Last week, I said that “Carried Away” feels like a quintessential Munro story to me.

1994; Penguin, 2007

1994; Penguin, 2007

Its southwestern Ontario setting.

The matters of class.

An up-close examination of a blatant tragedy.

Some far-away ruminating on trauma of a quieter sort.

A woman looking back on a life more-than-half passed.

“A Real Life” contains most of these elements as well.

Although the closest thing to a blatant tragedy would be Delilah’s death (or the trapping and skinning of various small four-footed creatures at Dorrie’s hand), but there is no blood in the telling of it.

Delilah, however, illuminates another facet of Alice Munro’s storytelling, which is evident in both of these stories in Open Secrets.

“Delilah was the dog responsible. She was black, part Labrador. She chased cars, and eventually this was how she was going to get herself killed.”

That last phrase is the sort that makes the hearts of English grammar teachers beat faster: Delilah “was going to get herself killed”.

The verb tense is complicated; the past, in Alice Munro’s stories is multilayered.

One character is looking back at another character who loves her dog (more than it might seem to a casual onlooker) while it is living and breathing, and that same character will, at another point in time, have to cope with that dog’s death, a loss still firmly in the past in relationship to the events referred to in the story’s opening sentence.

“A man came along and fell in love with Dorrie Beck.” He came along. He fell. And, yes, we learn that he wanted to marry her.  All that happened before “A Real Life” is told.

The community is drawn in such detail, that a dozen pages into the story, readers might have forgotten just who was marrying whom, or even that there was a wedding on the horizon.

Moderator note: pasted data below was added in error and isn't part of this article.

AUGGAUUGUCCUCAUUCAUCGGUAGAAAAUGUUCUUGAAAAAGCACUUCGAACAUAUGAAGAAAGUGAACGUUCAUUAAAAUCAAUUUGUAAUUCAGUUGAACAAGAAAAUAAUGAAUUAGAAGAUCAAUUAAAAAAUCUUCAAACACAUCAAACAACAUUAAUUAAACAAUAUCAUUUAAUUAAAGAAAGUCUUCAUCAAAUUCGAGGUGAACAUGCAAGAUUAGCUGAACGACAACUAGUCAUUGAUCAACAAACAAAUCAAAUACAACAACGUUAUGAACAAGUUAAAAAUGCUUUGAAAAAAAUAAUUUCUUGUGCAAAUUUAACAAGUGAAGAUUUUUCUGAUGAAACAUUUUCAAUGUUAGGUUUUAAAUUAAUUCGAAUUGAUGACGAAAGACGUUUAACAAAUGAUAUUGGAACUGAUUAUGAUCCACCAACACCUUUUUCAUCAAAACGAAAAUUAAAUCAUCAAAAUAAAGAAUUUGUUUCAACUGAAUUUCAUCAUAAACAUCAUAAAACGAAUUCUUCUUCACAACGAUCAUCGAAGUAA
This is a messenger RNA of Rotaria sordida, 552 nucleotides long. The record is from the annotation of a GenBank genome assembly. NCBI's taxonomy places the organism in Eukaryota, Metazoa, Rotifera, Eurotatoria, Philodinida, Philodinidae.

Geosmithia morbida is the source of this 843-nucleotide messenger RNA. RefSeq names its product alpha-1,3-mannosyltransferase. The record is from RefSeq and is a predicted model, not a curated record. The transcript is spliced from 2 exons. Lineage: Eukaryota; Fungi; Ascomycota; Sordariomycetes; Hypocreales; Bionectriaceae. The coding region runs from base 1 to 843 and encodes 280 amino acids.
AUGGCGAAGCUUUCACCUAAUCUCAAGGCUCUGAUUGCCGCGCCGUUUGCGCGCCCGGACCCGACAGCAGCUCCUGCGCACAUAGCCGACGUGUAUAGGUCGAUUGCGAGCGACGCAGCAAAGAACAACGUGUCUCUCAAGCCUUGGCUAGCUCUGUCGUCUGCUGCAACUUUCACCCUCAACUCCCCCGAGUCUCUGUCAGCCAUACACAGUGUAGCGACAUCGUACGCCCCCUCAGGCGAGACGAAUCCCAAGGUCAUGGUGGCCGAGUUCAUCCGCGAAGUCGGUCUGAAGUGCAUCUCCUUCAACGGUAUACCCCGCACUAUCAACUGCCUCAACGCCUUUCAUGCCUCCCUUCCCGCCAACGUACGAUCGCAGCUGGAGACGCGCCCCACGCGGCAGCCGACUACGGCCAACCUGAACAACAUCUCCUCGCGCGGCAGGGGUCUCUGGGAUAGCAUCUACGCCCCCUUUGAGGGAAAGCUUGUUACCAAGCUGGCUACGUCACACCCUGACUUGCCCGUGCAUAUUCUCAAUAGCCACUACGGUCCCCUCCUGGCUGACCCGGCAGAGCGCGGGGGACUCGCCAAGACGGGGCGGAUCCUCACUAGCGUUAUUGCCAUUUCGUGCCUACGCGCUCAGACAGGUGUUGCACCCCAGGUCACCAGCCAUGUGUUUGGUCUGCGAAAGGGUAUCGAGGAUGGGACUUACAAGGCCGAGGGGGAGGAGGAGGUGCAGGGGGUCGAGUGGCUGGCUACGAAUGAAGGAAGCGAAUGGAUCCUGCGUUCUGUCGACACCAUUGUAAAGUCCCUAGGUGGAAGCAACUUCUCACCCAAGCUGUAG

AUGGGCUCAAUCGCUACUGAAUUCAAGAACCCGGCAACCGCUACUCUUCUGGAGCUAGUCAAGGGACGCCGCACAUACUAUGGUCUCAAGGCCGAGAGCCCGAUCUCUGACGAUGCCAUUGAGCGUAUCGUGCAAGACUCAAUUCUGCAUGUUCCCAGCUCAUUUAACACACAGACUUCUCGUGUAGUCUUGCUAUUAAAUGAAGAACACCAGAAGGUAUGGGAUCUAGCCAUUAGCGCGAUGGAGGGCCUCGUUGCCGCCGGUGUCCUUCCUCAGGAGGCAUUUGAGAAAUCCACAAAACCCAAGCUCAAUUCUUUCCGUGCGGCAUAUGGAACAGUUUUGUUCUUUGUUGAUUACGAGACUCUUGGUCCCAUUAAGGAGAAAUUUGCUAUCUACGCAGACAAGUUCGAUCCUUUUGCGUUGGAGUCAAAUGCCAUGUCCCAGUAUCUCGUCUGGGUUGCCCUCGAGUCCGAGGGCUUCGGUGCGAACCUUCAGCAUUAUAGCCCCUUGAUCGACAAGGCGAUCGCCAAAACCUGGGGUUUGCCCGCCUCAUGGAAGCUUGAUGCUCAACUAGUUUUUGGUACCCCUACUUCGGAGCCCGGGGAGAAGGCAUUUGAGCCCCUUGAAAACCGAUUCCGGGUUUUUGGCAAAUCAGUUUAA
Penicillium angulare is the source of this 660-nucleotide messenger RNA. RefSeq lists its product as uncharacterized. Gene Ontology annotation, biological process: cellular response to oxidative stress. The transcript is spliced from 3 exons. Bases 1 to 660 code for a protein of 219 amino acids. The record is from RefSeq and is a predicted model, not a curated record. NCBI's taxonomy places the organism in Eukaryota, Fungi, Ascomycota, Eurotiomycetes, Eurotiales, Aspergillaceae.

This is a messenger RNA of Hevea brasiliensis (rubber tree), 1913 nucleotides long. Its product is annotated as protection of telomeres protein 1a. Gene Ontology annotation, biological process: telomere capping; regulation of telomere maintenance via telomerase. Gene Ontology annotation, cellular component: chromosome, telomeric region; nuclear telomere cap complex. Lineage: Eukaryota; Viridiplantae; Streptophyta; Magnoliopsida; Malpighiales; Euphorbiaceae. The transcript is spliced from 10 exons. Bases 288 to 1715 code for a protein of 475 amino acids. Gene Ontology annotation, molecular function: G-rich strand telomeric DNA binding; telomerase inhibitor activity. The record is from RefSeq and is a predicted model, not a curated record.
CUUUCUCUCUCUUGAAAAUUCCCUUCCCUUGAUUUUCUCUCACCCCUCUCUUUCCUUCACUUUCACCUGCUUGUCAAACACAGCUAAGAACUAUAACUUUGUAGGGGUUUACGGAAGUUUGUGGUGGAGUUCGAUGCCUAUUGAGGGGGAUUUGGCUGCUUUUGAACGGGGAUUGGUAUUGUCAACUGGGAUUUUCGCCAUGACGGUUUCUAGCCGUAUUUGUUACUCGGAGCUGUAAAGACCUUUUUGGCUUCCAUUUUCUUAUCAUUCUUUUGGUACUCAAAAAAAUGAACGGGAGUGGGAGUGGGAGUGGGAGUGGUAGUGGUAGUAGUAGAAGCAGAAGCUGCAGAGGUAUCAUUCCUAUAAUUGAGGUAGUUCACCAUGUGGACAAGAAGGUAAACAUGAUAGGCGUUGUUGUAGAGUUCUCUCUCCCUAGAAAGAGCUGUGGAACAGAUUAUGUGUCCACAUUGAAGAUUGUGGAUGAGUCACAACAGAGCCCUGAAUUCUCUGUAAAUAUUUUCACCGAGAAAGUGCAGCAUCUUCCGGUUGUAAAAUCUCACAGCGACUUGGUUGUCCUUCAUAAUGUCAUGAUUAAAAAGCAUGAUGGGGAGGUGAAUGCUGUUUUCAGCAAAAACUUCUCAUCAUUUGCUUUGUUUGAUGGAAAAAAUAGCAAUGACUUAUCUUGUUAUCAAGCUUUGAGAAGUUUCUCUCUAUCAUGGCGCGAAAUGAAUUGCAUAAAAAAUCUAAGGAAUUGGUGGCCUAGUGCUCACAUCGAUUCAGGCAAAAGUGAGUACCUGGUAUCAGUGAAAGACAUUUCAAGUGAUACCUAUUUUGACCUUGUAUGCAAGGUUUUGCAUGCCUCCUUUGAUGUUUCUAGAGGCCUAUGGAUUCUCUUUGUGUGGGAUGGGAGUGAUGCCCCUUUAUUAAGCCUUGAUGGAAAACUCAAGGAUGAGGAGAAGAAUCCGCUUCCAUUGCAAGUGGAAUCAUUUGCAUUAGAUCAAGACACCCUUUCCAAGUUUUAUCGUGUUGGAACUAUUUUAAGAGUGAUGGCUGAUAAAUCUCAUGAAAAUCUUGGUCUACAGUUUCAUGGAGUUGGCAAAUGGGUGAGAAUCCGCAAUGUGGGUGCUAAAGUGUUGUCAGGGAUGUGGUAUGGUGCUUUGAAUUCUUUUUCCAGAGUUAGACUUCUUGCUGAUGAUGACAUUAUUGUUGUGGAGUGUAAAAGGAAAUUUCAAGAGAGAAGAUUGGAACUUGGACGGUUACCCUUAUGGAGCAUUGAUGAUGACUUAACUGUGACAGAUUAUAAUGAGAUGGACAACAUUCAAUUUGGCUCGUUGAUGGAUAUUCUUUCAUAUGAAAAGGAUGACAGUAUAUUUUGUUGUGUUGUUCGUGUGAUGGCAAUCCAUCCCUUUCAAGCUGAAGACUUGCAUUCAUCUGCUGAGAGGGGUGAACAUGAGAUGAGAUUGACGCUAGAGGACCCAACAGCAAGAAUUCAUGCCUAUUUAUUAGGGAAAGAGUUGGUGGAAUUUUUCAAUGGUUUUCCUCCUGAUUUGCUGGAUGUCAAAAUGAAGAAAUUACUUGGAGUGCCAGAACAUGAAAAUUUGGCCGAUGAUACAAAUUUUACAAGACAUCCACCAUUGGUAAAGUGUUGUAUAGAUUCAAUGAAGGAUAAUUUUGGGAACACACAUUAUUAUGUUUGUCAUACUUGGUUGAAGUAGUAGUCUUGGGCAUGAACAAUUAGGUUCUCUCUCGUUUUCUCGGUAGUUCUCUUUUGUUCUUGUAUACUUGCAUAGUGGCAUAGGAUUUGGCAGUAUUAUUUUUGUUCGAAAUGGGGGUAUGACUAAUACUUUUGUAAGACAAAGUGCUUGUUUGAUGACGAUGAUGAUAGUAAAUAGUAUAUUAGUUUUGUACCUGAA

The telling is mostly Millicent’s, in close third-person, but Dorrie is not the only subject. Her description, however, is the first that readers receive. (Hang on for the last sentence: it’s superb.)

“She was a big, firm woman with heavy legs, chestnut-brown hair, a broad bashful face, and dark freckles like dots of velvet.  A man in the area had named a horse after her.”

Perhaps the physical details are sufficient; with Millicent’s legs and hair, her face and freckles, described, she takes shape for readers. But the final sentence, taken apart from the details, manages to convey manner and physicality.

In the following description, the subject is vividly sketched, yes, but just as vivid is Muriel’s manner and behaviour. Readers can easily imagine her, perched and preening (well, conversationally speaking, at least).

“The visitor who rose to be introduced was tall and thin and sallow, with a face that seemed to hang in pleats, precise and melancholy. Muriel did not give way to disappointments. She sat down beside him and tried in a spirited way to get him into conversation.”

That man who came along? The man from the first sentence? There he is: the visitor who rose to be introduced, the stranger who came to town and had supper on the verandah.

And, just as his arrival precipitates change, so does his leaving. Millicent has no knowledge of the gap between his arrival and the announcement of his impending marriage to Dorrie. She wonders where Dorrie has seen him in the interim?

“Nowhere. He had gone off to Australia, where he had property. Letters had gone back and forth between them.”

And, then, the announcement of the nuptials. Followed by cold feet.

“Dorrie, listen. All of this is for your own good. It may seem like I am pushing you out, Dorrie, but all it is is making you do what you are not quite up to doing on your own.”

What exactly does Millicent imagine she is encouraging Dorrie to undertake?

Millicent has an idea of what “real life” should be like, and she is seriously invested in Dorrie having that experience.

But the relationship between Millicent’s understanding of “real life” and the way in which Wilkie came along and fell in love with Dorrie?

It’s possible there are as many misunderstandings and disappointments therein, as there are in Louisa’s experiences in “Carried Away”.

As is often the case, the guts of this story reside in the in-between, in that space where expectations and “real life” collide.

Have you read this story? Do you have a favourite Munro collection or story?

Note: This is part of a series of posts on Alice Munro’s stories, as I read through her work-to-date. She is one of my MRE authors and this is the second story in Open Secrets. Please feel free to check the schedule and join in, for the series, or for a single story; I would love the company.